The American whoopie pie is a curious thing. Not a pie at all really, more like two pieces of cake stuck together with a sticky filling. Cake-y as it might be, we think of the whoopie as an indulgence similar to a cookie to be tucked into a child's lunch box or as a palm-sized afternoon pick-me-up.
Though Florida isn't whoopie pie country, you'll see more of these sweet treats if you're a Starbucks regular. The chain just rolled out a line of petite desserts, and a three-bite, 190-calorie red velvet whoopie pie is among them. Get your fill of them there, then head into the kitchen to bake your own. They are not difficult, and once you master the simple shell recipe, you can take off on your own for the fillings, going beyond the traditional marshmallow to peanut butter, honey or coconut. And don't forget the bacon, whose salty yin bounces off the sweet yang beautifully. I love that savory-sweet thing.
The whoopie pie is sometimes called a gob or scooter pie, but it's not a moon pie or a trendy French macaron. It's easy to get confused, because all three are baked goods sandwiched together by a filling, and for whoopie pies and moon pies, marshmallow is the traditional glue.
Here's the difference:
• Whoopie pies are like thin cupcake tops (remember the muffin tops of Seinfeld fame?), slightly rounded and spongy. The dough is wet compared to traditional cookie dough and baked to a soft finish. The filling is similar to frosting.
• Moon pies are graham cracker cookies held together with marshmallow creme then most commonly dipped in chocolate. They are thinner than whoopie pies, not as tender and more likely to be purchased at a convenience store than made at home.
• Macarons, which are threatening to supplant cupcakes as the "it" treat of the moment, are a French sandwich cookie. The cookie halves are made of almond flour (simply ground almonds) and egg whites, among other ingredients. The filling is often buttercream-based, and it's not unusual to see them in a variety of colors, thanks to food coloring. The macaron is lighter, drier and smaller than its sandwich cookie cousins.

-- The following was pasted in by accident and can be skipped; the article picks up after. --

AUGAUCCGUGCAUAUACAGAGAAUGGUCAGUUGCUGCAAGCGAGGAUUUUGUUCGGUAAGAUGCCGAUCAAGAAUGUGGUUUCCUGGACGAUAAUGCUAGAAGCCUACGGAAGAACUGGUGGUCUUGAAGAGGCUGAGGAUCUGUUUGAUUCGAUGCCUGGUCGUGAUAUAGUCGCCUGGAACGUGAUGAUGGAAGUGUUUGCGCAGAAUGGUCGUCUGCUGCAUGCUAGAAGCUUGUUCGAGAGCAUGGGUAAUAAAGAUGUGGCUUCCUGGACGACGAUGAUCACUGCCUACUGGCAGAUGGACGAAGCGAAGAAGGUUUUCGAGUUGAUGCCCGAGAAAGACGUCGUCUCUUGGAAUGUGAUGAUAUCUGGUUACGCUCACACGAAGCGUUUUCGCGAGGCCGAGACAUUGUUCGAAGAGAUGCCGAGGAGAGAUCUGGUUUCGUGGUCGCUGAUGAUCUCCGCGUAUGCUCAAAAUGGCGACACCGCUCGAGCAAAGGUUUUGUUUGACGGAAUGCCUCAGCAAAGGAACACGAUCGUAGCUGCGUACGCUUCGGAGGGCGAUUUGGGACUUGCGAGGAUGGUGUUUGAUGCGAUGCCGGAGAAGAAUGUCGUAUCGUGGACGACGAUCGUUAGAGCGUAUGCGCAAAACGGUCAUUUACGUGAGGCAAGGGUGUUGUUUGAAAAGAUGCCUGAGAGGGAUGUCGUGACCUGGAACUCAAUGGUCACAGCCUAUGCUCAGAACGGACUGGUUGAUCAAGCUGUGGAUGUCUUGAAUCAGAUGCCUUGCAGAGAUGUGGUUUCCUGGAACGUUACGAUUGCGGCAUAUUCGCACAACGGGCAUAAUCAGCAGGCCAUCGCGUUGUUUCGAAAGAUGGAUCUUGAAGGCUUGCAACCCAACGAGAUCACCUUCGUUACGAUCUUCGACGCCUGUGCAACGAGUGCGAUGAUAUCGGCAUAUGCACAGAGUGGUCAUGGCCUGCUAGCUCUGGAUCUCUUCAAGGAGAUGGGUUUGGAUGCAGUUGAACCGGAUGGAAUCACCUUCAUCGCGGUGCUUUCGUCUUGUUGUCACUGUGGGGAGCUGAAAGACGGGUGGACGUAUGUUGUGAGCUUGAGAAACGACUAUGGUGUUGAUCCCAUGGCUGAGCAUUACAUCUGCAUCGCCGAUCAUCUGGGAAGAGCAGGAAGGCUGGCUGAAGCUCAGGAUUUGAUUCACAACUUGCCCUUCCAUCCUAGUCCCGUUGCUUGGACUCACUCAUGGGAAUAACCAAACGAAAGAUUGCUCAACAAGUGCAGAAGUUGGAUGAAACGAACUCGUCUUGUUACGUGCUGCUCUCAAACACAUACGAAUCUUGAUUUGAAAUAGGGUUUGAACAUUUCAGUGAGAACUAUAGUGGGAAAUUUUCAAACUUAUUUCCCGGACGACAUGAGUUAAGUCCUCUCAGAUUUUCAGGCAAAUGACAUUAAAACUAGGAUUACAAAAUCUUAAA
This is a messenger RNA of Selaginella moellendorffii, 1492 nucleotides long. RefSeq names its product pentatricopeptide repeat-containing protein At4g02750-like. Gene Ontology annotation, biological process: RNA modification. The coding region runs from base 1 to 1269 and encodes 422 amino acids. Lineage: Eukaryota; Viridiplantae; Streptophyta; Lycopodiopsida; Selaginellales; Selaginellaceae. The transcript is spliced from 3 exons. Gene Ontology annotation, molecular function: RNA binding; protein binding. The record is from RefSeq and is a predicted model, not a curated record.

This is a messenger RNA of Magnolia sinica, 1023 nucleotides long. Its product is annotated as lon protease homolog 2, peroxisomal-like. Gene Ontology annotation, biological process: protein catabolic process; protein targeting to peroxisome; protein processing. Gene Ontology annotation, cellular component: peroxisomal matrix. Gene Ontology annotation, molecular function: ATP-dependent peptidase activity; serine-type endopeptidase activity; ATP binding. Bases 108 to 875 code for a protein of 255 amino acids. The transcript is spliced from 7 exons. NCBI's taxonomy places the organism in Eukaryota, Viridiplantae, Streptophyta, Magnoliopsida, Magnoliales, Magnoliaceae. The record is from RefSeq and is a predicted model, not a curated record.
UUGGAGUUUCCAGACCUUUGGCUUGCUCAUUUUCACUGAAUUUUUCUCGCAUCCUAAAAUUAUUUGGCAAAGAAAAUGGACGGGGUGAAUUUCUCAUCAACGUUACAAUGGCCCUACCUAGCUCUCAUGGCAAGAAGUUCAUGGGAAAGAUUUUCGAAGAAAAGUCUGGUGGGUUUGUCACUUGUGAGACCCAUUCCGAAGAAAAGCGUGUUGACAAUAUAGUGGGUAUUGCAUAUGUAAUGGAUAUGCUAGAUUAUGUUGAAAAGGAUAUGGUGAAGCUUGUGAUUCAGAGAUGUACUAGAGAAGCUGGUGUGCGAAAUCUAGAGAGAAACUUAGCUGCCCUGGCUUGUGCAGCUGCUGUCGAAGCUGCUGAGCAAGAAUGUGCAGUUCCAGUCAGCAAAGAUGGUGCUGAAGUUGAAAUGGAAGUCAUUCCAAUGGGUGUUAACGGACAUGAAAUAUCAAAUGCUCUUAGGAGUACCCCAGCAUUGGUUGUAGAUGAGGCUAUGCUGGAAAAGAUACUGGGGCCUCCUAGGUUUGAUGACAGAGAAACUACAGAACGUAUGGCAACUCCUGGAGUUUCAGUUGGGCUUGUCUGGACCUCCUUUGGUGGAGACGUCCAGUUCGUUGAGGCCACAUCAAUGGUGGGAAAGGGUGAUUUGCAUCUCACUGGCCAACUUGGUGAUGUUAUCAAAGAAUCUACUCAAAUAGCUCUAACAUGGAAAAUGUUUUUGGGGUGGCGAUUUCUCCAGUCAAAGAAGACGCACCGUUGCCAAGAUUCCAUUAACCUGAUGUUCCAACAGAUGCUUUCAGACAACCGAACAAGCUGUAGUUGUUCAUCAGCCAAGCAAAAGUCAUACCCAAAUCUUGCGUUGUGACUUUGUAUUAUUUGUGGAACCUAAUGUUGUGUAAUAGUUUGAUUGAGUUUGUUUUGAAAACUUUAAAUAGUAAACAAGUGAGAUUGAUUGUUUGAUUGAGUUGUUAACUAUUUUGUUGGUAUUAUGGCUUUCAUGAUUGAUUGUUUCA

All three have their place in the pantheon of indulgence, but today, it's the whoopie pie that gets my attention.
You may not want to be between a Pennsylvanian and a Mainer debating the birthplace of the whoopie pie. Maine legislators are considering a bill this session to make the whoopie pie the "state treat." The move to claim the whoopie is being called "confectionery larceny" by proprietary folks in the Keystone State. "Stick to lobster," some have said.
There's a Whoopie Pie Festival in Maine. But Pennsylvania has one, too.
The sparring has an element of good-natured fun. After hearing of Maine's effort to formalize its love affair with the whoopie, a Lancaster, Pa., man organized a rally to support Pennsylvania's claim. Some 100 people showed up, one carrying a sign that said "Give Me Whoopie, or Give Me Death."
The Great Whoopie Pie War makes our debate over authentic Cuban sandwiches (tomato or not? mayo or not? Ybor City or Miami?) seem tame.
I won't pretend to get to the root of the whoopie pie, but food historians believe the confection may have been born in Germany, which makes sense since it became a staple in Amish and Mennonite homes and bakeries in Pennsylvania.